The unified and harmonised voice of the Eastern Catholic Patriarchs who share a common vision has as its goal to be the trigger for a global and really ecumenical Christian consensus on the East. Thus the Church’s voice will be one both in the East and in the West: the Holy Father and the Catholic Church through its bishops’ assemblies, the Orthodox Churches, the Anglican and other reformed Churches. Let us promulgate a joint spiritual declaration that highlights the Church’s role in the current existential crisis. That is a special challenge and unique opportunity for the Church to act in favour of peace in the predominantly Muslim Arab East. So it shows its role and vocation to Eastern society. This can only strengthen the Christian presence, role, vocation and involvement in the East so as to give Christians the strength of conviction to remain anchored in the Middle East, cradle of Christianity.

From our history, culture and lived, shared experience, the Churches must walk in step to broaden their sphere of action to reach the spiritual leadership of our Muslim brethren too, so that the patriarchs and muftis and ulema of Arab countries can meet and work together to reflect on the current crises and tragedies of our Arab world, especially on the development of fundamentalism, terrorism and takfirism as they have recently appeared. Let them draw up reports and action plans to remedy these situations. That would be a providential opportunity and historic step which has to be undertaken together.

Recently I sent a letter on this subject to the muftis of Arab countries and I trust that they will react positively to it.

Here is a road-map inspired by Christian and Muslim faith and it is a fundamental stage towards a unified strategy based on a single vision.

As patriarch with the title of Antioch and All the East, of Alexandria and of Jerusalem and with residences in Damascus, Beirut, Cairo and Jerusalem I have experienced in a special way the tragedies associated with the Arab Spring in Egypt and Syria, Gaza and Lebanon. Our faithful are facing a fire that is consuming the region: it burns and destroys, kills and terrorises. I have witnessed their sufferings and on 20 August we visited those who had taken refuge in Erbil, far from the ethnic cleansing of the Islamic State.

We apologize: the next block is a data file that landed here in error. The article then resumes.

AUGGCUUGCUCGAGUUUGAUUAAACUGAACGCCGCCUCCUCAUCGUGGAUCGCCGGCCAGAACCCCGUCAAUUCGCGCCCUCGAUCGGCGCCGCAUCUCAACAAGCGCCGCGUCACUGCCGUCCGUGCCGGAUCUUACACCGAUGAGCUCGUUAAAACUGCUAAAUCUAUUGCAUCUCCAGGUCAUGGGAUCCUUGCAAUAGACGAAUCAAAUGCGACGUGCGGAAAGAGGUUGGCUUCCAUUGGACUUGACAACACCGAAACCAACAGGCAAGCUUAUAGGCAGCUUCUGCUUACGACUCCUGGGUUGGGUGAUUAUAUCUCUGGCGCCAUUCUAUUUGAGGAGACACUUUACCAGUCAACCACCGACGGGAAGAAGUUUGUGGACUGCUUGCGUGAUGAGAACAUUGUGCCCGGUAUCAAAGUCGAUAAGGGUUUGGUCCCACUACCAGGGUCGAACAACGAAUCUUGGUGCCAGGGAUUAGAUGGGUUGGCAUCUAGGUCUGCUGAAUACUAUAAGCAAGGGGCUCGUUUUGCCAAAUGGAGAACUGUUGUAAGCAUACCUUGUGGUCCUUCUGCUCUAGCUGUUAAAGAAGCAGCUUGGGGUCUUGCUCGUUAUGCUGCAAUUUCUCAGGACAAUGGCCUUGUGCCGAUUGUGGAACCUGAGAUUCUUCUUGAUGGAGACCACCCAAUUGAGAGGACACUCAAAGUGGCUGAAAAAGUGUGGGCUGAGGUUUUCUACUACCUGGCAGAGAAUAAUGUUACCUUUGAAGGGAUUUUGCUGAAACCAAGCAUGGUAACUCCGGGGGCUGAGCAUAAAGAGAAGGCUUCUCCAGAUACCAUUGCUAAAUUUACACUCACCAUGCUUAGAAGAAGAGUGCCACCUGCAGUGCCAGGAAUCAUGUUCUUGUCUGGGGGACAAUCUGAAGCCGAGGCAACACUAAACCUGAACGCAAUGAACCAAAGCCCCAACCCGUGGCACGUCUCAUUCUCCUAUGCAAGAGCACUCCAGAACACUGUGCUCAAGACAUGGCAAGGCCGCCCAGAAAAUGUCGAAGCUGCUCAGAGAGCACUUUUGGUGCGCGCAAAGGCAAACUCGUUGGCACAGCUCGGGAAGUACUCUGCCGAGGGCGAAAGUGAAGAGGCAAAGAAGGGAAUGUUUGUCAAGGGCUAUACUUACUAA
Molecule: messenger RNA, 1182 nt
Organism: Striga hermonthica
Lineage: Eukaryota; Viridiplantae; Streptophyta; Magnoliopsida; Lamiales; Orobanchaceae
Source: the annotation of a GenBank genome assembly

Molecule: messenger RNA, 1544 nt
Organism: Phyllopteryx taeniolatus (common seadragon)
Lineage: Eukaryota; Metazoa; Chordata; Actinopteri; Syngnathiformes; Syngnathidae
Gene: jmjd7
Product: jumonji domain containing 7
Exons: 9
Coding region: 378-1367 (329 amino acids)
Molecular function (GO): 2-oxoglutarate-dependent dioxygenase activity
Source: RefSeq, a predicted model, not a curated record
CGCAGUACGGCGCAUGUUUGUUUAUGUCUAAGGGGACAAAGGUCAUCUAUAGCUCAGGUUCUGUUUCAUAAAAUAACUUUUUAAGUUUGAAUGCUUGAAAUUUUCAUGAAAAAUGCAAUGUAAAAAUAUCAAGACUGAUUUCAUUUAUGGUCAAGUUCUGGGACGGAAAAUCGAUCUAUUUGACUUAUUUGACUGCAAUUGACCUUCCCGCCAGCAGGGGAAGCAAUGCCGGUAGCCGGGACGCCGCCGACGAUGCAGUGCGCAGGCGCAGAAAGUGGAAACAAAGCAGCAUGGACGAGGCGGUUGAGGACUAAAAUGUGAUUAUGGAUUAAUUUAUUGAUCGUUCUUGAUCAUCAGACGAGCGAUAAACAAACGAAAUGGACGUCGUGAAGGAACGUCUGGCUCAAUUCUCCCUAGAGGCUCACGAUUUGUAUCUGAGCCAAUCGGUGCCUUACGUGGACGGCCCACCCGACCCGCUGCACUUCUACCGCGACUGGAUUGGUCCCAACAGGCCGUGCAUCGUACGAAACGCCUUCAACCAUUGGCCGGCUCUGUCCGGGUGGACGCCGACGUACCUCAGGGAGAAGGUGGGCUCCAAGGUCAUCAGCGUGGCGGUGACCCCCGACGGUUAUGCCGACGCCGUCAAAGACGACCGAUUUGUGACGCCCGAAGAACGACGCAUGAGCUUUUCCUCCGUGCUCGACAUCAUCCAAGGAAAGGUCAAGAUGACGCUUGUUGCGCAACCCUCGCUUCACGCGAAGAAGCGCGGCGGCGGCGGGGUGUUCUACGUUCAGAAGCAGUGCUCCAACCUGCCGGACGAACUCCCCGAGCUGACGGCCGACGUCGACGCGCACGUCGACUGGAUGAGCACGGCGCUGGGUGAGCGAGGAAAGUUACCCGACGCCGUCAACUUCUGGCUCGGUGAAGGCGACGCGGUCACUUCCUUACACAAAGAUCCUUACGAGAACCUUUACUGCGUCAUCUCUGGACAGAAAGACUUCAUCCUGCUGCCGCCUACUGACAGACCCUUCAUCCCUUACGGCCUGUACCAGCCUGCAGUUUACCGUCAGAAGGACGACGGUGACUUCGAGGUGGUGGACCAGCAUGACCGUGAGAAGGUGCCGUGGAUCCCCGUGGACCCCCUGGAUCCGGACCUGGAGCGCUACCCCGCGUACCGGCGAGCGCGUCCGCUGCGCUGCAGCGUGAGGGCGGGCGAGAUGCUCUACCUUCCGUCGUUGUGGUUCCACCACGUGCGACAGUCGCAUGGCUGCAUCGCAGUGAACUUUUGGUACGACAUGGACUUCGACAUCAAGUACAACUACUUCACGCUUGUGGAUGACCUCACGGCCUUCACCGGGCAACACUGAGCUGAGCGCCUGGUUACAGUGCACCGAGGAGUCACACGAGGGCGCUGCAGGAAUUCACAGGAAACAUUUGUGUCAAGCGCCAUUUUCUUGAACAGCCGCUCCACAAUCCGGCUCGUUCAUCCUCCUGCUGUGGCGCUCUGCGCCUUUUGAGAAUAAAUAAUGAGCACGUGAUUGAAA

Faced with this dramatic reality that we are experiencing in the East, I am launching an existential appeal: we all in the Arab world, to whatever denomination we may belong, are facing a single historic challenge: “to be or not to be.” As our great singer Fayrouz said after Jerusalem was taken in 1967: “Love has withdrawn and the world’s heart has been consumed by war.”

That is my deep fear! Here is my appeal that I am making with a broken heart in this Washington summit. I trust that my cry will reach your awareness and heart in your assembly, congress and organisations!

Save the Arab world ! Save the Arab East! with all its constituents, ethnicities and confessions. Put the fire out! It’s at your door!

As Pope Francis said when he visited Jordan on 24 April: peace in the Middle East has two keys : a real peaceful solution in Syria and justice in the Palestinian case.

Dear friends,

In the East we shall succeed in overcoming this identity crisis. Our perseverance in living together (despite difficulties), as we have done throughout our long history  is the only warranty for safety and well-being in the Middle East, and even for the West (Europe, the United States) and Australasia. Light comes from the East. From the East which has given the light of faith, in Judaism, Christianity and Islam, there comes and is fulfilled the salvation of the world.

Join us on the march of Christian faith, charity and hope!

We are praying for you to be peace-makers: may the peace of Christ be in your hearts, minds, souls and countries.

On board the plane to Washington



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“Not everyone who says to me, ‘Lord, Lord,’ will enter the kingdom of heaven, but the one who does the will of my Father who is in heaven. On that day many will say to me, ‘Lord, Lord, did we not prophesy in your name, and cast out demons in your name, and do many mighty works in your name?’ And then will I declare to them, ‘I never knew you; depart from me, you workers of lawlessness.’" (Matthew 7:21-23 ESV)